Mike Longo Piano Jazz Trio CD Explores Contrapuntal, Polyrhythmic Swing
Mike Longo - Sting Like a Bee - CD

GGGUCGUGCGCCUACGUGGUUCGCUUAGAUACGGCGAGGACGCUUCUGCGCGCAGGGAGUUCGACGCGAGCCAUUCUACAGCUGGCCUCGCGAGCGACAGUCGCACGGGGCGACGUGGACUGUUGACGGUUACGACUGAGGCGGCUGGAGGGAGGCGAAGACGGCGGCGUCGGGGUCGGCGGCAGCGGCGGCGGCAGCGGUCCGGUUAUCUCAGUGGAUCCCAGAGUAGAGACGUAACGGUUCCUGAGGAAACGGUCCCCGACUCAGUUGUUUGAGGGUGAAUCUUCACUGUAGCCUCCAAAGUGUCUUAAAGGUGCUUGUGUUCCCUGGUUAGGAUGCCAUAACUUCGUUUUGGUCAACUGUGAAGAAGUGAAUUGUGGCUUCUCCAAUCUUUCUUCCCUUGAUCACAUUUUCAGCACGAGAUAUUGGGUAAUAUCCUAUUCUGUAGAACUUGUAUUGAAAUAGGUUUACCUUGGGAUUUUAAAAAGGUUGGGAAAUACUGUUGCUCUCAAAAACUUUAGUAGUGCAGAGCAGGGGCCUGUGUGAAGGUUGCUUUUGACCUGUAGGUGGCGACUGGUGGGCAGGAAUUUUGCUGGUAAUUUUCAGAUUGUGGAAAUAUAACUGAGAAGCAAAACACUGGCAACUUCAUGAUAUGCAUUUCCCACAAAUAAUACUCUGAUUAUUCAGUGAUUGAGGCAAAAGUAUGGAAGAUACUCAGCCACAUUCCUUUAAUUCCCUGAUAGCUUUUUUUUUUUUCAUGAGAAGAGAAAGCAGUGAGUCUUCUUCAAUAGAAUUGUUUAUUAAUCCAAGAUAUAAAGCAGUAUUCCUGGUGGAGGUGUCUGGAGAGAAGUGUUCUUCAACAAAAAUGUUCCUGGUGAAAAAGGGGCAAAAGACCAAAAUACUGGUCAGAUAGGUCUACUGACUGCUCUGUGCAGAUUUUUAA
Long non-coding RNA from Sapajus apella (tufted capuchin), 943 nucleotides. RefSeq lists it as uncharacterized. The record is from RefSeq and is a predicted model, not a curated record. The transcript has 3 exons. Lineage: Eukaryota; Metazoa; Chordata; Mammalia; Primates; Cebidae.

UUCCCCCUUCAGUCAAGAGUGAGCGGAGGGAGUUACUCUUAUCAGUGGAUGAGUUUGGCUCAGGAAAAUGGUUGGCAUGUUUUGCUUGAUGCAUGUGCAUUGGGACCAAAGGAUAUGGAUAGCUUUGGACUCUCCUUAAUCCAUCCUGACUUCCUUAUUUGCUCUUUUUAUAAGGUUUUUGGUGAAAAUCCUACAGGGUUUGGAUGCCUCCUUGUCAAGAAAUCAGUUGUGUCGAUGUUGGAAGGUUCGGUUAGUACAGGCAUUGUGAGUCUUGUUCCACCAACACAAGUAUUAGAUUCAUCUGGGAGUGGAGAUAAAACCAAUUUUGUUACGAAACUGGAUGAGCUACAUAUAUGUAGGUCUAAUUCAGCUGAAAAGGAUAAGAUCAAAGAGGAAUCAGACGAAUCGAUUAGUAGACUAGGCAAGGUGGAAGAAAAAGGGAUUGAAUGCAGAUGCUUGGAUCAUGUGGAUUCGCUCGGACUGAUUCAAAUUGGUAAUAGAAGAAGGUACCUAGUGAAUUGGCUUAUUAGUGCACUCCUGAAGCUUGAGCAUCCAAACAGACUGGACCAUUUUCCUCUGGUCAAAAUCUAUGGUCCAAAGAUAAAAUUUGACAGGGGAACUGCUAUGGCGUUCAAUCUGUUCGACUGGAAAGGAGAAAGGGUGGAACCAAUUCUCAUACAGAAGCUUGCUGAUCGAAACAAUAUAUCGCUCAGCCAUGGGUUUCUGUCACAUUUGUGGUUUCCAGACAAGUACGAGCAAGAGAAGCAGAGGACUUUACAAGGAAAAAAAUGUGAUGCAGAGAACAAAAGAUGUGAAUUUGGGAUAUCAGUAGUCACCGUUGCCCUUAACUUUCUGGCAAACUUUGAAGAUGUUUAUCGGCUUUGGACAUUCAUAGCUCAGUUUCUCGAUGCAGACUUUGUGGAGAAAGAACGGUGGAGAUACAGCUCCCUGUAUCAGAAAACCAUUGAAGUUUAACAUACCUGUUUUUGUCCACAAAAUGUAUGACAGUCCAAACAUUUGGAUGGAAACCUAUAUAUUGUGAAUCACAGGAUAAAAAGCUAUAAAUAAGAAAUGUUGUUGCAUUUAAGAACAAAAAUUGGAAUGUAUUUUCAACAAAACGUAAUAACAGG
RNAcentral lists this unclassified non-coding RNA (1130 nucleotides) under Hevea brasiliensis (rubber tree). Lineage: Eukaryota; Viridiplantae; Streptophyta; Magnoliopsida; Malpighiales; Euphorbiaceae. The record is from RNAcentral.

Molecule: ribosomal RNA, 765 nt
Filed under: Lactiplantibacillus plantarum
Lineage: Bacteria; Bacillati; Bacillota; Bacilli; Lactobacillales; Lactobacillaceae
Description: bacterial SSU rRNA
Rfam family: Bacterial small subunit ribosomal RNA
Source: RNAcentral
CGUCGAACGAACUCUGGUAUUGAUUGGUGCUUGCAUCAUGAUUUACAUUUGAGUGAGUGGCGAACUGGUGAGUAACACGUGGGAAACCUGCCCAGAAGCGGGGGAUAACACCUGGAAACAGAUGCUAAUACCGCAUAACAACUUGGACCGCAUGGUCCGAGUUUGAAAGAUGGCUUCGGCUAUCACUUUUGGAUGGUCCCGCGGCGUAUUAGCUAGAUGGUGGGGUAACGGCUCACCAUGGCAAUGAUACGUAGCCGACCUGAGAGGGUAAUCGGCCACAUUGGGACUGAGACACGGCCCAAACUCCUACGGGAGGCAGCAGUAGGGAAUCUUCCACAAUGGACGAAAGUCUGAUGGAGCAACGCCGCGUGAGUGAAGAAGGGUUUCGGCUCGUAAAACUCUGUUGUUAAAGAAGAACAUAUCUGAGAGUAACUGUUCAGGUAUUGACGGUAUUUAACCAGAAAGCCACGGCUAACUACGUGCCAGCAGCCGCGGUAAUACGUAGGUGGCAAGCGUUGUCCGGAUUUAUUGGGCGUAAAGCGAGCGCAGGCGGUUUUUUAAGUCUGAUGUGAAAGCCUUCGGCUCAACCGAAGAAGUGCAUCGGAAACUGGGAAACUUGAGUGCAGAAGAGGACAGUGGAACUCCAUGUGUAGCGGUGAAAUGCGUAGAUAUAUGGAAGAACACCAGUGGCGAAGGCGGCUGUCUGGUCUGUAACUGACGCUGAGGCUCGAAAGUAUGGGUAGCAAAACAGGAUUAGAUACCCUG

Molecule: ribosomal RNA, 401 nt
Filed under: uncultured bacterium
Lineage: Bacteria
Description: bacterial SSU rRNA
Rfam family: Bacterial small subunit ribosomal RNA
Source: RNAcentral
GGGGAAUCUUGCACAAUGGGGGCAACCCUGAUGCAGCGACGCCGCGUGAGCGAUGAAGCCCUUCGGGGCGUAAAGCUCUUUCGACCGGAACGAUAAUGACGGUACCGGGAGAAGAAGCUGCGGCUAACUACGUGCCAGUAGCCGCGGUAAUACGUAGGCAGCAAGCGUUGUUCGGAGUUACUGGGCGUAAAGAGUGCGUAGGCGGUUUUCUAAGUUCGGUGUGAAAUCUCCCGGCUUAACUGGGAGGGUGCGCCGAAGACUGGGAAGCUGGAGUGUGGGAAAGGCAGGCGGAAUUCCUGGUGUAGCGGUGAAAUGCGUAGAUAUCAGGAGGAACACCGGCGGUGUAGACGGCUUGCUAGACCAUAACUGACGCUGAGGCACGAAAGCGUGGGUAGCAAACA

Mike Longo has been a jazz piano performer for more than 50 years. He was playing weekend “chitlin’ circuit” bar and club dates with Cannonball Adderley in Florida when Mike was still a teenager in high school. He graduated from college with a classical piano degree, toured the country with a jazz group and became one of the house pianists in a jazz club in New York City. He thought he knew his stuff. Then he went to Chicago in the early Sixties to play with a jazz group and while he was there he decided to study at the Advanced School of Contemporary Music founded by jazz pianist legend Oscar Peterson. Peterson started giving Mike private lessons and the youngster remembers, “It was a complete turnaround for me musically. Oscar taught me true jazz piano playing.” Then, legend has it, Peterson was rehearsing his band doing the music from the Broadway musical “West Side Story” in anticipating recording a jazz album of those pieces. He invited Longo to witness the proceedings and the experience affected the young player profoundly. Now, 45 years later, Longo has included a “West Side Story Medley” of material on his own jazz piano trio album, Sting Like a Bee. Although different than Peterson’s versions, it still serves as a tip-of-the-hat to Longo’s mentor. That medley is one of a dozen great improvisational tunes on Longo’s latest album. He shows what he can do on original material as well his own distinctive versions of compositions by Dizzy Gillespie (who Mike played with for many, many years), Herbie Hancock, Wayne Shorter and Cole Porter, among others. Longo uses two jazz stalwarts, bassist Bob Cranshaw and drummer Lewis Nash, both of whom seem to have played with just about every new York City jazz musician of the past few decades. The music they make together is not only highly improvisational, it stretches rhythmic codes by sometimes having the individual musicians play in different meters or time signatures, and somehow the music still works. Longo says he learned the art of “polymetric time conception” from Dizzy and now incorporates into his trio performances (as well as the one solo piano piece that closes out the album, “Kush,” written by Gillespie and featuring the polymetric aspect with Longo playing different meters with each hand!). This is a solid modern jazz album in the straight-ahead, traditional, mainstream jazz tradition.